Adult Nonfiction E185.6 .M35 1999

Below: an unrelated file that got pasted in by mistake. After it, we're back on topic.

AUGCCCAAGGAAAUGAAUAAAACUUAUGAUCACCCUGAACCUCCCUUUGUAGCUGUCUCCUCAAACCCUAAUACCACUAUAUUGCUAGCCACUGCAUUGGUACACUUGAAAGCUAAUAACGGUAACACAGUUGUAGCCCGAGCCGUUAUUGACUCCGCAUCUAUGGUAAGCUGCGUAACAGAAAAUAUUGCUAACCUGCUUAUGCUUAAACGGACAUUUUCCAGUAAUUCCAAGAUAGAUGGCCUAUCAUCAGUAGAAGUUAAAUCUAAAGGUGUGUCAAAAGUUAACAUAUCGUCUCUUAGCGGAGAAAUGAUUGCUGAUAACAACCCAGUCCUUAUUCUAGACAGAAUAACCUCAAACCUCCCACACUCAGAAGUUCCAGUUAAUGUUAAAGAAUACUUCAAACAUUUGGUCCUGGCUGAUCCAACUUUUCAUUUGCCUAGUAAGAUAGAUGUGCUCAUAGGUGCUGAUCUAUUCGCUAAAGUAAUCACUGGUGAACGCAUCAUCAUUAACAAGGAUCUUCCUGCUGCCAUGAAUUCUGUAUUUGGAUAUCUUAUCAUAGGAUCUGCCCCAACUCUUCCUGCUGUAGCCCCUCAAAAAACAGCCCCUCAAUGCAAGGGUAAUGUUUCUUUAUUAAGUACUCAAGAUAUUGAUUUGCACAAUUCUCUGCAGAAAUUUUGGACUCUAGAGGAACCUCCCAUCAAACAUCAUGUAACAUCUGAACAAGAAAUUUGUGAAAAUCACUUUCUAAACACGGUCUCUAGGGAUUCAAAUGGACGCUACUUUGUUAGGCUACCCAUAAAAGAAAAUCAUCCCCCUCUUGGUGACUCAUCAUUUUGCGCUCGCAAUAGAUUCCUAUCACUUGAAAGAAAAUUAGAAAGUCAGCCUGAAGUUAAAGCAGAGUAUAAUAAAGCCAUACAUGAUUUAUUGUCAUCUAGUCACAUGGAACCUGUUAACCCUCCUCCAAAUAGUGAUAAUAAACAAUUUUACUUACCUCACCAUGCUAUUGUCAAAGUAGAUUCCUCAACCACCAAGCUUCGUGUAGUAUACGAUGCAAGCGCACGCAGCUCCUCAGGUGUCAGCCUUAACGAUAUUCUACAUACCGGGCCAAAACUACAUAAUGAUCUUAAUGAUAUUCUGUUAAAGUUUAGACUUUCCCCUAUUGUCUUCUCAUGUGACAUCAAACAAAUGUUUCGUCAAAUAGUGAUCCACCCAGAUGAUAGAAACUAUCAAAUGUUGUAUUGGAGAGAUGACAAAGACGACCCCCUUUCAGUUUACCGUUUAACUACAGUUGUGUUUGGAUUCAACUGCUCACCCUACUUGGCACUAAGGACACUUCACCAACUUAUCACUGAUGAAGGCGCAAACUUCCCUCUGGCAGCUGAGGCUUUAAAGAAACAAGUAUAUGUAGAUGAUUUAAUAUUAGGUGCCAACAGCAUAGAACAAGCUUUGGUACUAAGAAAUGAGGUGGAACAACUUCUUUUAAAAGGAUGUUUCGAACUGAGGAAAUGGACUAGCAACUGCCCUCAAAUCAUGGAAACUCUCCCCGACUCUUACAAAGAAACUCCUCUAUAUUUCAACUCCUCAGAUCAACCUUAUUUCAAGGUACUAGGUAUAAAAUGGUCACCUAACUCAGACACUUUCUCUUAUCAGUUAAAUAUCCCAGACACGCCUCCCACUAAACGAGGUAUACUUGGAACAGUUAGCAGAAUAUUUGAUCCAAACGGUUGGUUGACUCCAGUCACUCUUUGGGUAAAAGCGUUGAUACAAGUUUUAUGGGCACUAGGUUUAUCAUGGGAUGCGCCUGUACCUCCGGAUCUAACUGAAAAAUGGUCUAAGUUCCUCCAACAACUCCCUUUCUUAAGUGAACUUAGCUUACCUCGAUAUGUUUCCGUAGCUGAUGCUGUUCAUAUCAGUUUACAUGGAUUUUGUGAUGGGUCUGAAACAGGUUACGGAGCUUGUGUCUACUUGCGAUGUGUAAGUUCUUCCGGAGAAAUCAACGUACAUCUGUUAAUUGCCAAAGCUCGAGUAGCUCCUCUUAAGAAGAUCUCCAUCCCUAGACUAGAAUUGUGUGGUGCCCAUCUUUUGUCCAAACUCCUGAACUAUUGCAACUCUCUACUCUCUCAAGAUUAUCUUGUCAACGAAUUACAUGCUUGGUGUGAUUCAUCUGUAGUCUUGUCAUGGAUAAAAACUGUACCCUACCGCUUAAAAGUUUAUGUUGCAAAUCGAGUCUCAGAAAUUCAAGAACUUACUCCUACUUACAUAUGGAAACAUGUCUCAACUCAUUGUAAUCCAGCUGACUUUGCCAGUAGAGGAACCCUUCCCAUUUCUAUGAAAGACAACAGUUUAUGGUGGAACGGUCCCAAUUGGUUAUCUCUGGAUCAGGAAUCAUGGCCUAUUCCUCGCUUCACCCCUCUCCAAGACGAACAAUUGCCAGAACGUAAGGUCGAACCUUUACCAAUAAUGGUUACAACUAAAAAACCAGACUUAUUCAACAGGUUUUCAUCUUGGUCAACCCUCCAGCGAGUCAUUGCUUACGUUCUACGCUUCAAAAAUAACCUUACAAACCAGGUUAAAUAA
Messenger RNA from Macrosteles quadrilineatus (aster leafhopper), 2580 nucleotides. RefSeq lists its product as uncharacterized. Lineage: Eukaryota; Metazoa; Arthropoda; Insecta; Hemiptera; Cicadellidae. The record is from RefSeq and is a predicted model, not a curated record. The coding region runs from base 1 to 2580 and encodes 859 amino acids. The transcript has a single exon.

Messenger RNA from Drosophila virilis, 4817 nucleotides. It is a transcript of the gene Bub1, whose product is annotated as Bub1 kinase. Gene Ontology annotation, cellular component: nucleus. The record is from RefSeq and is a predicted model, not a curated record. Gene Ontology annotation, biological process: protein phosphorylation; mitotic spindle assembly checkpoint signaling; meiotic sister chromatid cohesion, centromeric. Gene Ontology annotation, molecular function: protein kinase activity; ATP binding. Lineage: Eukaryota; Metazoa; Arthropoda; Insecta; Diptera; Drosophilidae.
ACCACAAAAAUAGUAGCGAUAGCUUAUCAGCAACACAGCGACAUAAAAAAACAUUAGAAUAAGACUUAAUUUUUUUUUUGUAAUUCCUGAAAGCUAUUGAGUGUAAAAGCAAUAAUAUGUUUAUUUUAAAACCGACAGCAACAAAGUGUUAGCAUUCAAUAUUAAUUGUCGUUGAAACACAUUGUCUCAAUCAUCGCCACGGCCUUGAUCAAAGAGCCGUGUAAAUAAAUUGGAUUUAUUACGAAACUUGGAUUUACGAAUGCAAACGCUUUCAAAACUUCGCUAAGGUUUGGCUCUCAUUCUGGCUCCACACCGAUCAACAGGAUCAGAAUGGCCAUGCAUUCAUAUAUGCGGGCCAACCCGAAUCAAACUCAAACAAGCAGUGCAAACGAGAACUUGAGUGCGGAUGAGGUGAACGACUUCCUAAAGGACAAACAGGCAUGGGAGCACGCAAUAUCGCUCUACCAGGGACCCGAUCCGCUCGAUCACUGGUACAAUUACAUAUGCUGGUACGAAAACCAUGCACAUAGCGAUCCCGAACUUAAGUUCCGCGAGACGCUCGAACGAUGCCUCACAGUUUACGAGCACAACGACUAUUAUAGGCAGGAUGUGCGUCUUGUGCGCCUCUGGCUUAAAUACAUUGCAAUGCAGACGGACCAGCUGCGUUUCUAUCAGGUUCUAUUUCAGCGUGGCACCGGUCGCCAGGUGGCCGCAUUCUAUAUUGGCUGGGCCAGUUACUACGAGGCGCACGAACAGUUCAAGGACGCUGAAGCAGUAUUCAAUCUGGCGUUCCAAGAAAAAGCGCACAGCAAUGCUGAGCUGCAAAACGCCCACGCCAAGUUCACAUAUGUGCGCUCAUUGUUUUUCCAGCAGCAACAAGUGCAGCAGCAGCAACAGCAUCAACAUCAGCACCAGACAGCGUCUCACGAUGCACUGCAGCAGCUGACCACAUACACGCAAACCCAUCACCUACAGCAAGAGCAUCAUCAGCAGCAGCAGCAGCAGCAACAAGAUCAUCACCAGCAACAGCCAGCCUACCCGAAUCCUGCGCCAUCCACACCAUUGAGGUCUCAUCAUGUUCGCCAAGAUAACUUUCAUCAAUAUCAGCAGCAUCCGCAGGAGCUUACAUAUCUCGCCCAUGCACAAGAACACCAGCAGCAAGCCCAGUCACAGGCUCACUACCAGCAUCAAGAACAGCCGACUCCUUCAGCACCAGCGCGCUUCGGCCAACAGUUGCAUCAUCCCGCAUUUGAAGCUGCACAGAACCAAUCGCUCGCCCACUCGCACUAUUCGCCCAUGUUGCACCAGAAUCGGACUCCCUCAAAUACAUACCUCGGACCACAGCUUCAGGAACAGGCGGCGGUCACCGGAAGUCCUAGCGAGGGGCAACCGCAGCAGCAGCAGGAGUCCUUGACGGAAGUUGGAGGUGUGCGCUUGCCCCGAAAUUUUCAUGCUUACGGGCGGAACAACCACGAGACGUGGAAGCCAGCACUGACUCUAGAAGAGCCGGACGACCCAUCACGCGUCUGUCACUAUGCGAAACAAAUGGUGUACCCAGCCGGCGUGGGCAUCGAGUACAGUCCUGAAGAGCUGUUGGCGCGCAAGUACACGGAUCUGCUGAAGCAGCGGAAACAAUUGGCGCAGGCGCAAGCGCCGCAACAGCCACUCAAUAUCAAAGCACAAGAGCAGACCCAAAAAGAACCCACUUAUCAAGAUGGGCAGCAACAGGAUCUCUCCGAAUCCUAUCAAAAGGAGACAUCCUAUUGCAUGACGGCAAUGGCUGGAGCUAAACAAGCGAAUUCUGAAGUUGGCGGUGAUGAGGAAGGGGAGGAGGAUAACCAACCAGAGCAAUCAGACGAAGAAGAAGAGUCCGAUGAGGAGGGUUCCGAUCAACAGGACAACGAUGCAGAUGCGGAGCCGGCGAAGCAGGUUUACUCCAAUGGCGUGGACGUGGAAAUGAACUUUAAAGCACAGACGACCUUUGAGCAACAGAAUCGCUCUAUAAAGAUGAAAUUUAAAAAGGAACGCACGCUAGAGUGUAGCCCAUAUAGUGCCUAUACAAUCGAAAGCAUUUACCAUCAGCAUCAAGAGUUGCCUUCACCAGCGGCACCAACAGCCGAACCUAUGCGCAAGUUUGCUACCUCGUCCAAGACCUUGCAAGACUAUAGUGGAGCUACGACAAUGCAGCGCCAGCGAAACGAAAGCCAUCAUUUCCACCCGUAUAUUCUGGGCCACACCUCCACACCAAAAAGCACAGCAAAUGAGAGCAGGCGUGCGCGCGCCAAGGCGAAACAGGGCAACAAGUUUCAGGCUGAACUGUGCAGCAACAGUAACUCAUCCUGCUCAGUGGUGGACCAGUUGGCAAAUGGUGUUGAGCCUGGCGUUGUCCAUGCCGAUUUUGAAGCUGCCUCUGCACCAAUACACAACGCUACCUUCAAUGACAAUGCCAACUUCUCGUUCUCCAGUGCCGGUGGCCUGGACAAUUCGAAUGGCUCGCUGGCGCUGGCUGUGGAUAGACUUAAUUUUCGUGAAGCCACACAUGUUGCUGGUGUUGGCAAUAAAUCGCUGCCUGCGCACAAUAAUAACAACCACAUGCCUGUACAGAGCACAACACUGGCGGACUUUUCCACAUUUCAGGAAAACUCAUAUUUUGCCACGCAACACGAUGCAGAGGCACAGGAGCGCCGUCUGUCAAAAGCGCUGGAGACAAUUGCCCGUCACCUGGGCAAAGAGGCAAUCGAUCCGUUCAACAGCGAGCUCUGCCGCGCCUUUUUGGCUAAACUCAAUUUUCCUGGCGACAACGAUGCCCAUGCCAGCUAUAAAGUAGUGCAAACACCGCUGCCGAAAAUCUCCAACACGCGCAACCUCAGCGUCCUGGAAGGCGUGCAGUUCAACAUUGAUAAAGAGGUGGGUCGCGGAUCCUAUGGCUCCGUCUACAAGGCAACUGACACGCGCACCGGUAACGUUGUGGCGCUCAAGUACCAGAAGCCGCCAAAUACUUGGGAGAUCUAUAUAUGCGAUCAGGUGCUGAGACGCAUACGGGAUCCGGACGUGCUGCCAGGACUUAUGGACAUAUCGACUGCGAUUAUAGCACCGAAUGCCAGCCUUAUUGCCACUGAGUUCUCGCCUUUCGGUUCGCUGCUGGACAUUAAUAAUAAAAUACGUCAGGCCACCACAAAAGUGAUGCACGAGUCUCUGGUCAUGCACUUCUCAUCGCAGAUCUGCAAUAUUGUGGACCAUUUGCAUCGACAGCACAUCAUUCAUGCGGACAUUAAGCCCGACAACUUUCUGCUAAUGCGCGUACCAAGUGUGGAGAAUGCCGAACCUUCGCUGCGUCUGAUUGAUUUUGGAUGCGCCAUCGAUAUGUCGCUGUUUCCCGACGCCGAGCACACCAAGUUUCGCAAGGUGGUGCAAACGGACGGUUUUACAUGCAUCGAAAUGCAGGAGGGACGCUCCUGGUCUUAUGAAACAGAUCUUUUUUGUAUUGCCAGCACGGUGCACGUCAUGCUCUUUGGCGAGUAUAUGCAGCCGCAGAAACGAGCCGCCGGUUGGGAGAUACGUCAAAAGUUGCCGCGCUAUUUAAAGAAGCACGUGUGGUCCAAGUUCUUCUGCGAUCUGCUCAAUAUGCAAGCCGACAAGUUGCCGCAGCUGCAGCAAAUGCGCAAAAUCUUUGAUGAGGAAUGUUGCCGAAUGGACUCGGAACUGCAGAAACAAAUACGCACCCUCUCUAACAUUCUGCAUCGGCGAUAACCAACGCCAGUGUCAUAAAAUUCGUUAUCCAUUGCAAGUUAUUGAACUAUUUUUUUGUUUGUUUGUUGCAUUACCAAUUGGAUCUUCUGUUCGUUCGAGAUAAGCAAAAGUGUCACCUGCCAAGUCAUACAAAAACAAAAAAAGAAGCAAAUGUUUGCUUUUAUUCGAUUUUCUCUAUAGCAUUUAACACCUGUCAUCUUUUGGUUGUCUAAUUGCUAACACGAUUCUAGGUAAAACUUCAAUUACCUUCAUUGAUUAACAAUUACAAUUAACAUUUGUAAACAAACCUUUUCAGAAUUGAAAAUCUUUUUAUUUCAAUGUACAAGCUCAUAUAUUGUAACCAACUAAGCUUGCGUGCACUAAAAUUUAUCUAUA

Summary: Josephine Baker -- Walter White -- Zora Neale Hurston -- A'Lelia Walker -- James Weldon Johnson -- Ethel Waters -- Louis Armstrong -- Bessie Smith -- Alberta Hunter -- Jessie Fauset -- Nella Larsen -- Florence Mills -- Duke Ellington -- Bill "Bojangles" Robinson -- Carl Van Vechten -- Langston Hughes -- Dorothy West "The Power of Pride features seventeen of the most prominent men and women of the New Negro Renaissance. Alternately irreverent, racy, and painfully honest, they were unique: risk-takers in dangerous times, sophisticated saloniÃ¨res in an age of bourgeois provincialism, and experimenters who briefly managed to transcend race by immersing themselves in it."Â Â Â Â Â Â Â Â --From the Introduction The Harlem Renaissance was an electrifying period during which huge numbers of African Americans threw off the shackles of discrimination, exploitation, and poverty in the South and moved north. Heady with the feeling of liberation and the discovery of other like-minded folk, artists, writers, painters, and dancers engaged in bursts of furious creativity. From Josephine Baker, taking Paris by storm with her sensual performances and ravishing costumes, to Duke Ellington, revolutionizing the way people thought about rhythm and melody, these artists were the preeminent stylemakers of the era. The Power of Pride is a visually spirited and intimate book full of photographs, letters, playbills, and drawings that capture the gaiety and excitement of the time. Moving from the brownstones of Striver's Row in Harlem to the Negro Appreciation salons in Paris, the book focuses on seventeen Renaissance figures who exemplify the themes of race, fortitude, talent, and style, and whose strength of will and ability created a model for all those with dreams and aspirations emerging in the African-American community. The work of each shared a common thread, their intent, as writer Ralph Ellison has articulated it, "to arouse the troubling suspicion that whatever else the true American is, he is also somehow black." With a foreword by Juan Williams--author of Eyes on the Prize and Thurgood Marshall: American Revolutionary-- and stunning photographs throughout, The Power of Pride serves as a vivid testament to the artistic and social contributions of the Harlem Renaissance to the history of America.
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